No matter where it's happening, extracting oil from the ground and burning it for energy comes at too high a cost for us not to be investing substantially in the clean energy alternatives that are readily available. Canada stands to benefit more from ensuring that ongoing oilsands extraction is happening at a pace that's responsible, and is managed in a way that minimizes harm, while investing in energy solutions that help all Canadians prosper — not just today, but into the future. That would be ethical energy development.

David J. Parker — Jan 15, 2011 - 06:22 PM MT

Common sense it may be. Sadly very uncommon.
It won't be the first time that an elite group has, for their own perceived benefit, taken away the lives of others.
Unfortunately today the power to destroy has grown exponentially and we all get caught up in the fallout.

Roger Gagne — Jan 07, 2011 - 05:07 PM MT

Edmontonian Satya Das, author of "Green Oil", argues that in order to be ethical, the oilsands need a commitment to best practices, to honesty (like Suncor's leadership stance in admitting they have leakage from their tailing ponds), and they need to be used deliberately in a transition to a cleaner energy future including conservation, efficiency, and renewables.

Here he is debating Ezra Levant at Edmonton's LitFest:

Rob B — Jan 07, 2011 - 04:28 PM MT

Thanks for this post Pembina. I'm really blown away by how this "ethical oil" argument is so out of touch with reality.

What I also find disturbing in Ezra Levant's message is its lack of factuality and also its racism. The lack of factuality being summed up by transnational collaboration between Middle Eastern and North American oil industries. Obviously, a significant number of Canadian and US expats work over in the Saudi oil industry. I believe I also saw some figures (which I will try to retrieve in the near future) about training Alberta workers over there. If the regime is so evil, why do we proceed with this collaboration? So, you can't totally separate us into an Eastern and a Western regime of oil and I'm sure my example is just scratching the surface.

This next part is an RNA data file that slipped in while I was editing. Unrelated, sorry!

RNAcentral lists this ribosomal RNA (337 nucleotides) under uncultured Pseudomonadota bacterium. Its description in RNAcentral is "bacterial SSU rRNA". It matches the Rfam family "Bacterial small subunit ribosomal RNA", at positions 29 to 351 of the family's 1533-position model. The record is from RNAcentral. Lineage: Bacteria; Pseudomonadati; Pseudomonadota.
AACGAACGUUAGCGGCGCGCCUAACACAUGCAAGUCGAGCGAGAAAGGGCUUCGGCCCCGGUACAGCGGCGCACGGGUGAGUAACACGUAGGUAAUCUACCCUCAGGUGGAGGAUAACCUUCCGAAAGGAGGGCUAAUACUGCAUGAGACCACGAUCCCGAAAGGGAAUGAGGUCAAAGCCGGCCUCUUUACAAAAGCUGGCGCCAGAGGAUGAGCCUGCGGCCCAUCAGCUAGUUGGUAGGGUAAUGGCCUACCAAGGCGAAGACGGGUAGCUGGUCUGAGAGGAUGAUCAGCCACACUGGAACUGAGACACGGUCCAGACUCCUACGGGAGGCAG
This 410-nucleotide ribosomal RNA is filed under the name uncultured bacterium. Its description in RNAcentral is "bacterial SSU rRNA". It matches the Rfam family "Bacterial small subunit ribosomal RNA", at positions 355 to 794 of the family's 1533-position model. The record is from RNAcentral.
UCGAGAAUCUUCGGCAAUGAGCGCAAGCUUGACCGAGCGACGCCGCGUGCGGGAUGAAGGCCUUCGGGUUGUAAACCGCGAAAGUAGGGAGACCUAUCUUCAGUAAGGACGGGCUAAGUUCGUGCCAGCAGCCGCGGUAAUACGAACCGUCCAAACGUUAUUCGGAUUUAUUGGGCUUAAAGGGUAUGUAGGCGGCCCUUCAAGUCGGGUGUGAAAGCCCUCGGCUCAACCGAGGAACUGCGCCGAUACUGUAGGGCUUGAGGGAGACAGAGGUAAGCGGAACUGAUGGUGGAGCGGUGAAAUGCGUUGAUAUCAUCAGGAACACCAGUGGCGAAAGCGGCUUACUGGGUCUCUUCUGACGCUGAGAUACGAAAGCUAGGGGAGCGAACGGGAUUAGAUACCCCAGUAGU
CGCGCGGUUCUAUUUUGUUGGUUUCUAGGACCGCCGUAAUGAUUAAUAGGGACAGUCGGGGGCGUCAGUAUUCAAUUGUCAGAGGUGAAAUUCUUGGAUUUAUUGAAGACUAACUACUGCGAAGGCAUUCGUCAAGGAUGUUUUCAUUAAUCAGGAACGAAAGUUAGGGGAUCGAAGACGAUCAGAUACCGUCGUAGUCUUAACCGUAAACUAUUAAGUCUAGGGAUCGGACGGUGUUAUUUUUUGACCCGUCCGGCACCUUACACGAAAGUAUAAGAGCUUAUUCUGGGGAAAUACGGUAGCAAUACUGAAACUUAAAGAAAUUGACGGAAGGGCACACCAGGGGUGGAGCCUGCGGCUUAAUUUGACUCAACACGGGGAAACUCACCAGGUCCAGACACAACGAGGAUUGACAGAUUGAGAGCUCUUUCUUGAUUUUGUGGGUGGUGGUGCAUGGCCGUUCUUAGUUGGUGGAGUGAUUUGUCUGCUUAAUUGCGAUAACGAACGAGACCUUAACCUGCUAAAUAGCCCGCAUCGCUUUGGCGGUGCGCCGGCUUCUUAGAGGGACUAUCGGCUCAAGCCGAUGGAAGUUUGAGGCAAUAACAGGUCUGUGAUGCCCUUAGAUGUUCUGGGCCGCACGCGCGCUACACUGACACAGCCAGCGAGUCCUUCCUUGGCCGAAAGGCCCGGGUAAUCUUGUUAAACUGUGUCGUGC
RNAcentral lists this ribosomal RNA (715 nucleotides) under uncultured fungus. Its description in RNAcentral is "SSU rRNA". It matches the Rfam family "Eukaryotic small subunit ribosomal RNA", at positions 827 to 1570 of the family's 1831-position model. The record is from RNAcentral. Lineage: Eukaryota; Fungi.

The other thing is that, even if we max out oilsands/tarsands development, we're still importing a significant amount of oil from the MIddle East. Since we can't shut off the tap completely, the whole "ethical oil" argument becomes self-defeating — funds are still going to "regimes" that are problematic. Why, we could ask, would we not just develop alternative sources of fuel?

The racism of Levant's book is in the presentation of Canada as this fully three-dimensional country with all kinds of people, full of conflict between different kinds of people who want to expand or restrict freedoms, but Saudi Arabia is not — implying that when you buy imported oil, all the revenue is going directly to the Official Fund to Behead Women and every single person is dancing in the street when it does. But obviously there are individuals and organizations there trying to press for more freedoms. When those organizations call for a boycott, and have a strategy to win that we can actually participate in, maybe that can happen. Until it does the unilateral boycott is just another imperial gesture.

Of course, that also presents Canada's wider society as free of problems. I'm not sure if how I've presented Levant's book is literally how he presents his arguments (when I get a moment I am going to read the first bit of it because I think it deserves a full critique), but I've watched Ezra Levant debate and this is definitely what he implies.